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Affluent Consumers: Is Your Media Strategy Working?

15 Oct 2018 Marlea Clark

in Media, Digital, Social Media


According to the 2018 U.S. Purchase Influencers Report, 25% of affluent consumers say that they have bought something as a result of an ad, compared to 40% of adults in the under $50K income bracket. Media consumption increases with income, posing a challenge for marketers to accurately target wealthy consumers who have many options to choose from—and more money to spend.

In fact, affluent consumers have so many media options that their advertiser recall rates are shockingly low compared to their media usage and exposure. However, that doesn’t mean they aren’t influenced by media.

So, what media makes affluent consumers press the purchase button and spend their money?

The Basics: More Money Equals More Media Options

TV, search engines, and smartphones top the list for affluent consumers. 83% report watching TV on a weekly basis, and 81% report using a search engine and smartphone on a weekly basis, respectively. 

So, they’re digitally plugged in. However, TV and digital aren’t the only media formats playing a key role in the lives of affluent consumers; they also listen to the radio and receive direct mail at higher rates than lower income brackets.

Affluent Consumers Feel Overexposed to Ads, But Can't Recall

Here’s where it gets interesting: affluent consumers are reporting high ad exposure rates, but lower advertiser recall. This correlation stands across media type, and when it comes to search and digital video, it’s even stronger. 

46% of affluent consumers feel overexposed to ads while using search engines and 37% feel the same about online video, yet retention levels are low in that area. Only 14% and 9% of consumers with income over $100K recall brands while using search engines and online video, respectively.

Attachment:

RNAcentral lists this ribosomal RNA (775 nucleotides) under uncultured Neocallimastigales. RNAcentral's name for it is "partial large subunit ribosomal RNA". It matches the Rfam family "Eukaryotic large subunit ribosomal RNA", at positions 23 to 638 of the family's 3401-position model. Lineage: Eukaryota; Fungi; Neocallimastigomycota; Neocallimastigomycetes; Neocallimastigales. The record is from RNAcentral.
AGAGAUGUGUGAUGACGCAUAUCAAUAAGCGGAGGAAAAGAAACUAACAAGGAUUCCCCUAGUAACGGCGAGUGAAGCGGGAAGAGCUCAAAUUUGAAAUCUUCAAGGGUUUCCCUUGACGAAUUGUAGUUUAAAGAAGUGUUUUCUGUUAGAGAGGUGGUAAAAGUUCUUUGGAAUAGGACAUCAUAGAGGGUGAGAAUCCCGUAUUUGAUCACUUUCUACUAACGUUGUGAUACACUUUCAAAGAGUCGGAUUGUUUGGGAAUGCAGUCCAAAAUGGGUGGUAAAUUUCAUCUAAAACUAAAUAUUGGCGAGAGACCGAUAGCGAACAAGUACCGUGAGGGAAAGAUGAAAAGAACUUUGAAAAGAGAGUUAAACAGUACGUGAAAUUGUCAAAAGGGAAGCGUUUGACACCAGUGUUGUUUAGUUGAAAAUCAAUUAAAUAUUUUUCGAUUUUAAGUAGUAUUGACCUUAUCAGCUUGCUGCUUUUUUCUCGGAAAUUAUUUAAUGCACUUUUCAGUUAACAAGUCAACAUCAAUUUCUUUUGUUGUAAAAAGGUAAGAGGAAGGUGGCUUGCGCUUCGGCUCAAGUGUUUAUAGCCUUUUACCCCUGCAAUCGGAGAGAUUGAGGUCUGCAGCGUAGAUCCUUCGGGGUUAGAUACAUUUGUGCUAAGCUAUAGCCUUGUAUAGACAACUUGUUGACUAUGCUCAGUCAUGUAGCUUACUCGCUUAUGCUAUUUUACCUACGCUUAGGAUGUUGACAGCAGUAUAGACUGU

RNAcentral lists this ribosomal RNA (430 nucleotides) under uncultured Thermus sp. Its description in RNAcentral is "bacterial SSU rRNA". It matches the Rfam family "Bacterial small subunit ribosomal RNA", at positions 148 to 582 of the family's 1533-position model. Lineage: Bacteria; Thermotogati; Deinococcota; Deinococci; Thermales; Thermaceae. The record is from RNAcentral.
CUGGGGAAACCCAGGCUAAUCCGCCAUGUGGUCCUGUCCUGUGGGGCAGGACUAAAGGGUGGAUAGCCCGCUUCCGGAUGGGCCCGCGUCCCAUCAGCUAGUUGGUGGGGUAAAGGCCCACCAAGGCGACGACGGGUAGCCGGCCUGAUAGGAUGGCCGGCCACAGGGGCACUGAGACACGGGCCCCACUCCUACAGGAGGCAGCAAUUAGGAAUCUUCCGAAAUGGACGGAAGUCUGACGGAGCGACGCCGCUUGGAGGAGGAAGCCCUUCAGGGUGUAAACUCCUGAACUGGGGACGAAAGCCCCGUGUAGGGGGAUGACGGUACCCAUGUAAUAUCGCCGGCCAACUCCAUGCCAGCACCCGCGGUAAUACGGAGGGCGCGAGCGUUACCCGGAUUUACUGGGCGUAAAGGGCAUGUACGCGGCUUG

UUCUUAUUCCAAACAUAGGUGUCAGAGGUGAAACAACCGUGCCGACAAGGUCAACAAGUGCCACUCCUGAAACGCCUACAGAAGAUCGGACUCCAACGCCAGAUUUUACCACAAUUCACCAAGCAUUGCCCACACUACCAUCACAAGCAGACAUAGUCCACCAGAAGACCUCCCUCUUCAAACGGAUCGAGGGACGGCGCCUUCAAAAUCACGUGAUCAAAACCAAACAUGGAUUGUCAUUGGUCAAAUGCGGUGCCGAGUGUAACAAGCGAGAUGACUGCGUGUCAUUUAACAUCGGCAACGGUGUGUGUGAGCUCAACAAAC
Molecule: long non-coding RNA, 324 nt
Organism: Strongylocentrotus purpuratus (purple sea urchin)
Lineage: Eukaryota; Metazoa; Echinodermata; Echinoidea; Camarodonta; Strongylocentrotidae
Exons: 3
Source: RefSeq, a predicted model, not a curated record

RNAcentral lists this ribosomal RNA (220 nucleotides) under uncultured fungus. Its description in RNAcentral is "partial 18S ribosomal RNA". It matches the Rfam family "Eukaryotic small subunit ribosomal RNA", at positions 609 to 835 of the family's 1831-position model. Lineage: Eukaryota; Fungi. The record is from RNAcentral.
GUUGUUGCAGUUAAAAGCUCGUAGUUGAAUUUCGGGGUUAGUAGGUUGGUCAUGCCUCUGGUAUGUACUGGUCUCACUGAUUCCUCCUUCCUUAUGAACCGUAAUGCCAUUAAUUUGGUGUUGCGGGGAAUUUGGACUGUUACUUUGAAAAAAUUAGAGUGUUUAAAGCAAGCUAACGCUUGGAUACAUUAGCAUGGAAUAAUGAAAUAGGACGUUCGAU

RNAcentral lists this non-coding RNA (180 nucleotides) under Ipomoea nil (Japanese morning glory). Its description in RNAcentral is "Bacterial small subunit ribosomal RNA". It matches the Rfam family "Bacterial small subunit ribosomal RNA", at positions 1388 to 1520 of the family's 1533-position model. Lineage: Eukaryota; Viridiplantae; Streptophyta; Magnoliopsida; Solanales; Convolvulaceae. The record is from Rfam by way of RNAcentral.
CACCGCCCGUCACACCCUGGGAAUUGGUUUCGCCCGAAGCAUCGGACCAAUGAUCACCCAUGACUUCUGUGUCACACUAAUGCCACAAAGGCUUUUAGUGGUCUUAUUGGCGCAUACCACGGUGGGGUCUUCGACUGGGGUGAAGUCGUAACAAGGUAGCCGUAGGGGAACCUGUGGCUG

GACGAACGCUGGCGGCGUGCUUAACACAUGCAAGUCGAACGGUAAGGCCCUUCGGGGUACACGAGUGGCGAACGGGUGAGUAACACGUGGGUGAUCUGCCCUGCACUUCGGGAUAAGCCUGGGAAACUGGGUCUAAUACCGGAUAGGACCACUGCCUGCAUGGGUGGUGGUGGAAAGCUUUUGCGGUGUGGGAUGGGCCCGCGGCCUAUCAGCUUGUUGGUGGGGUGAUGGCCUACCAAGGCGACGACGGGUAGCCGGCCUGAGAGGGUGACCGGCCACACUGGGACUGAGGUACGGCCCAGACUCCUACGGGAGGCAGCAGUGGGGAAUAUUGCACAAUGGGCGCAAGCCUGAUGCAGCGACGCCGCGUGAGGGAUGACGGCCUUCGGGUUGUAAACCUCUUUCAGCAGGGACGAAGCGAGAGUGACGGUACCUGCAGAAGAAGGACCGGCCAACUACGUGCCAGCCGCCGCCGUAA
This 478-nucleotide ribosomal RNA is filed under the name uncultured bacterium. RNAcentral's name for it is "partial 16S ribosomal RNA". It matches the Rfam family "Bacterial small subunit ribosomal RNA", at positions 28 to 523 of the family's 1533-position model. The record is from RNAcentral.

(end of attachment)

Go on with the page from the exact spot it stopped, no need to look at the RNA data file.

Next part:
Does Low Recall Equal Low Purchase Influence?
The answer is no, but your strategy must incorporate the right media.  A deeper analysis is needed to evaluate and ensure that affluent consumers are hearing the message, considering it, and then acting on it with their valuable dollars. One of the reasons low recall isn’t so harmful is word-of-mouth; if one person doesn’t see an ad, their friend may have, and personal recommendations often lead to a consideration, followed by a purchase.

Despite low recall, 3 out of 4 affluent consumers say they have been influenced to make a purchase by one of the following forms of media, ranked by consumer preference:

1. Family/friend recommendations

2. Consumer reviews online

3. TV ads

4. Email Marketing

5. Catalogs and/or direct mail

6. Social networks 

7. Search engines

8. Magazine ads

9. Print newspaper ads 

10. Radio ads

11. Online video

12. TV product placement

13. Movie theater ads

14. Smartphone ads

15. Tablet ads

16. Promotional products

17. Outdoor ads

18. Video game ads

Overall, legacy media like radio and print still drive the wealthy consumer to purchase, contradicting the current assumption that these media aren’t useful anymore. And, while they claim to “tune-out” the actual advertisers they feel exposed to on search engines and online video, affluent consumers still attribute purchases to that media. Another interesting point? Lower-income consumers are more likely to say that ads seen on smartphones influence their purchase habits, even though affluent consumers report seeing them more.

Women’s Marketing has a deep history in analyzing consumer behavior and advising brands on the right strategy to reach them. If you want to know more about what makes your target audience say, “I’ll buy that,” give us a shout today!

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Source: 2018 U.S. Purchase Influencers Report

Media Digital Social Media